Starting a home-based business (HBB) is not a novel idea since many successful businesses of past years originated in the home and their owners were forced to acquire more space as the business grew larger. Businesses like Hershey’s, Mary Kay Cosmetics, and the Ford Motor Company all started out as home-based businesses and, according to the U.S. Small Business Association, more than half of all U.S. Businesses today are based out of an owner’s home.
The traditional home-based business has evolved but what make today’s HBB launches different as compared to the era during which Henry Ford decided to launch his Ford Motor Company (known today as simply Ford) home-based business is the Internet and all the technology, tools and equipment associated with it.
The Hershey Company (Hershey’s), didn’t have an Internet connection back in 1894 when founder Milton S. Hershey started the company in his home; neither did Mary Kay Cosmetics (currently Mary Kay, Inc.) for the original launch back in 1963 but, rest assured, both companies are connected today and have their own unique Web spaces (company websites).
The companies mentioned above and many others have seen enormous growth and extraordinary success after having been launched as a HBB business without the aid of modern-day tools and equipment made possible by the rapid growth of the Internet and technological developments, including the aforementioned computer, software, and other digital tools. So this begs the question: Have the traditional home-based business evolved into a Web-based business?
In attempting to answer this question, we must first acknowledge the one explicitly clear factor that tend to blur the distinction between home-based business and a Web-based (or Internet-based) business, and that is the desire for most business owners to strive for maximum exposure for their business, thereby creating for them an attraction to the vast Internet marketplace. If we can agree that all home-based businesses need the Web, is it the same as saying that this need transform them to Web-based businesses?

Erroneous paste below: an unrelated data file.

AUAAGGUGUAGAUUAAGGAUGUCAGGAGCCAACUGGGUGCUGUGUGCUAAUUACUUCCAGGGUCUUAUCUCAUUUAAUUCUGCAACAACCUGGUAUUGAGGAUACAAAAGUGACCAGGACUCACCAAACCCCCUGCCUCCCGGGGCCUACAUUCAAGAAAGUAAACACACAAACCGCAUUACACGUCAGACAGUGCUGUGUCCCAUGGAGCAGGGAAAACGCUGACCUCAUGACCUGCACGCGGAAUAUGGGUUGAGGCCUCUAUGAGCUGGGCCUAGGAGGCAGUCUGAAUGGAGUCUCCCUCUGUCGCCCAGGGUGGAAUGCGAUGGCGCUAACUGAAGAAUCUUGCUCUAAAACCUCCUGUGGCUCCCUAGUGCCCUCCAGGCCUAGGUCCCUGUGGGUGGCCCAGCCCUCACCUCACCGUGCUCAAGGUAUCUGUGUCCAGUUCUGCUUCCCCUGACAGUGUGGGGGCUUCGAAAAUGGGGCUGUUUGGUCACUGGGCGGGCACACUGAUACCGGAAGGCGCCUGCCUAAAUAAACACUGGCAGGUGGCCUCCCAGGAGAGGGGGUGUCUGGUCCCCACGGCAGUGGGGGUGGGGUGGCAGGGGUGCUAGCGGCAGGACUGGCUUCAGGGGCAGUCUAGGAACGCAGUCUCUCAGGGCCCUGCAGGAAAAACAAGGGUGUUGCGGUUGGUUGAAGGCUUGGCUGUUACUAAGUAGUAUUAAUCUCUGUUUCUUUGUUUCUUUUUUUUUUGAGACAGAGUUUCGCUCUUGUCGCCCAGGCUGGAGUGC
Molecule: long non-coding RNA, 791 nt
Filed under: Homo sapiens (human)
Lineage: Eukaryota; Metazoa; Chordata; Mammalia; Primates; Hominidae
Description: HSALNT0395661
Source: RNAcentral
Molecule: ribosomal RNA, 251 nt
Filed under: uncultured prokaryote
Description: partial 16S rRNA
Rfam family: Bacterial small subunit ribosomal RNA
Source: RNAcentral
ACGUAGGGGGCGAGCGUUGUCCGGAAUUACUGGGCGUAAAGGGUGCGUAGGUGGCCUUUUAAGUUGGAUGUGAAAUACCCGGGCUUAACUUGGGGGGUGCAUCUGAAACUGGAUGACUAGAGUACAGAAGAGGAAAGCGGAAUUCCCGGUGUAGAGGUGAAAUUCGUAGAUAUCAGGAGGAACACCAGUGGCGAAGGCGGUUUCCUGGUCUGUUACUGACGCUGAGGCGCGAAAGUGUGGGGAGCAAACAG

Jim McConnon, Extension business and economics specialist at the University of Maine wrote in his Starting a Business in Your Home: Weighing the Pros and Cons article that “types of home-based businesses range from service-oriented child care businesses to product-oriented craft outlets.” And he goes on to say that other examples of home-based businesses “…include: farming, catering, specialty mail-order, home horticulture, computer software consulting, woodworking and bed and breakfast establishments.” Accepting this without dispute, can we therefore conclude that any of these businesses need Web exposure? Or do they all?
Since a farmer does not require an office in the downtown business district or the city in which s/he does business, is it not reasonable to state that the business website – assuming one exists – transforms this traditional home-based business into a Web-based business? Since this business is represented to the public in only two spaces (office in the home and site on the Web), this home-based business is therefore also a Web-based business.
But where is most of the activity, customers and sales volume for this business generated? If your answer is from the Web, then maybe this home-based business must be considered a Web-based business first and a home-based business is a secondary designation.
What’s your opinion? Is your business Web-based? Home-based? Both?
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